It doesn't feel so natural. Hey, you know, how was your weekend? Like we're not sharing that kind of stuff, you know, as, as people filter into the mood the, the meeting room. So the idea is, can you ask people questions to get to know them a little bit and have them share their opinion? So, like for example, one of the questions that we're building into this agenda to reestablish relationships is let's have everyone share. I'm going to go first as a leader. The question is, so what's one value that I acquired from as a result of growing up in my hometown that I probably still carry forward in my work that I do. Now, everybody has a story about that. Yeah. I don't know where my team members hometown is necessarily, but just knowing that it's kind of interesting. There's a connection there.
Steve Van Valin (22:18):
And then what value did they get from that? Was it hard work? Was it sort of a sense, like if you grew up in New York, for example, you're all about, you know, hustling in doing great things and go, you know, superseding, cause it's a very competitive place to be. I grew up in a little tiny town, but work ethic. It was a work a day kind of place. And these are things that carry forward into the way we operate in our life. And just knowing that about people is interesting. Fascinating. It just one example, one question that sort of unlocks that now we're ready to begin the meeting.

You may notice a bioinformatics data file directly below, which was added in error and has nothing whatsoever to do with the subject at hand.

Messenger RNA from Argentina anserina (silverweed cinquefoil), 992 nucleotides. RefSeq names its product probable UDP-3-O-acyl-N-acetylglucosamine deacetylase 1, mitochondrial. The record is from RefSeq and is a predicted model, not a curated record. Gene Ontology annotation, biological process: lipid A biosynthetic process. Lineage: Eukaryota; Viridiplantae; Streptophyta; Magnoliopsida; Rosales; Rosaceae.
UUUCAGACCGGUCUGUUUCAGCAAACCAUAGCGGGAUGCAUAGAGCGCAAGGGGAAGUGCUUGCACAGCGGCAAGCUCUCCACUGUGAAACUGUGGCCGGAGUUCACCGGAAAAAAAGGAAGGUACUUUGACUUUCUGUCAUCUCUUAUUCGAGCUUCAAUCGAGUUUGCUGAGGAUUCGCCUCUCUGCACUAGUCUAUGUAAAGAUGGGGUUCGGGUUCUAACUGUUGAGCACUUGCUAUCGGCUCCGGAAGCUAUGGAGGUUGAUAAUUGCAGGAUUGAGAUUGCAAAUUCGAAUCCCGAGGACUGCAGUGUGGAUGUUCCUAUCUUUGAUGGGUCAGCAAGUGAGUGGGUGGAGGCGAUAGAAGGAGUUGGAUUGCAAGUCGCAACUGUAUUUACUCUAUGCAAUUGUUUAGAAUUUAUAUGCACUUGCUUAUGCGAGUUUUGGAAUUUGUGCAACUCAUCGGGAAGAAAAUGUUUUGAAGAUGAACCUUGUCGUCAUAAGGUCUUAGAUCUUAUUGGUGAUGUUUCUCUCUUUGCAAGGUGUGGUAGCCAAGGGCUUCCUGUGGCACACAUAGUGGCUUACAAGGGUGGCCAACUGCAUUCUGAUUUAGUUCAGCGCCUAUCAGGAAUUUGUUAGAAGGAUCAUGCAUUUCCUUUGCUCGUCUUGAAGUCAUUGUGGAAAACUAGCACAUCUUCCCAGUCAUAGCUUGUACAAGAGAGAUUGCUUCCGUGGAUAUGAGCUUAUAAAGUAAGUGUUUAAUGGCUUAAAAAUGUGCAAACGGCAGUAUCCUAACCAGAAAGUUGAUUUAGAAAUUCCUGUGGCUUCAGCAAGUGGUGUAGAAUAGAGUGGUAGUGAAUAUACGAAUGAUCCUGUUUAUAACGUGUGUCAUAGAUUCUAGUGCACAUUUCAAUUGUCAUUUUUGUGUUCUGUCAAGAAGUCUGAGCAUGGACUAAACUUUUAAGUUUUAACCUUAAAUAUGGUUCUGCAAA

Troy Blaser (22:54):
That's that's a great question. Yeah, it's interesting too, even from almost a logistical point of view, if I have a zoom meeting and I know that it starts at two o'clock, I'm likely to join the meeting right straight up at two o'clock on the dot and there is that sense of, okay, well, the meeting starts at two, so we're all going to start talking about business right away. But, but you know, back in the days when it was, well, I'm going to wander down to the conference room for this meeting and I'm going to get there maybe five minutes early or whatever. There, there is that sort of, that much more natural segue where we're all slowly filtering in and there's the small talk happening and now the meeting's going to start, but it's after that segue has sort of naturally occurred where when the, the meeting is remote, uh, and we're all just arriving at the exact same moment, right on the dot, uh, I really liked that idea that you have to be purposeful about asking some of these kinds of segue questions to help us form as a group, even though it's remotely.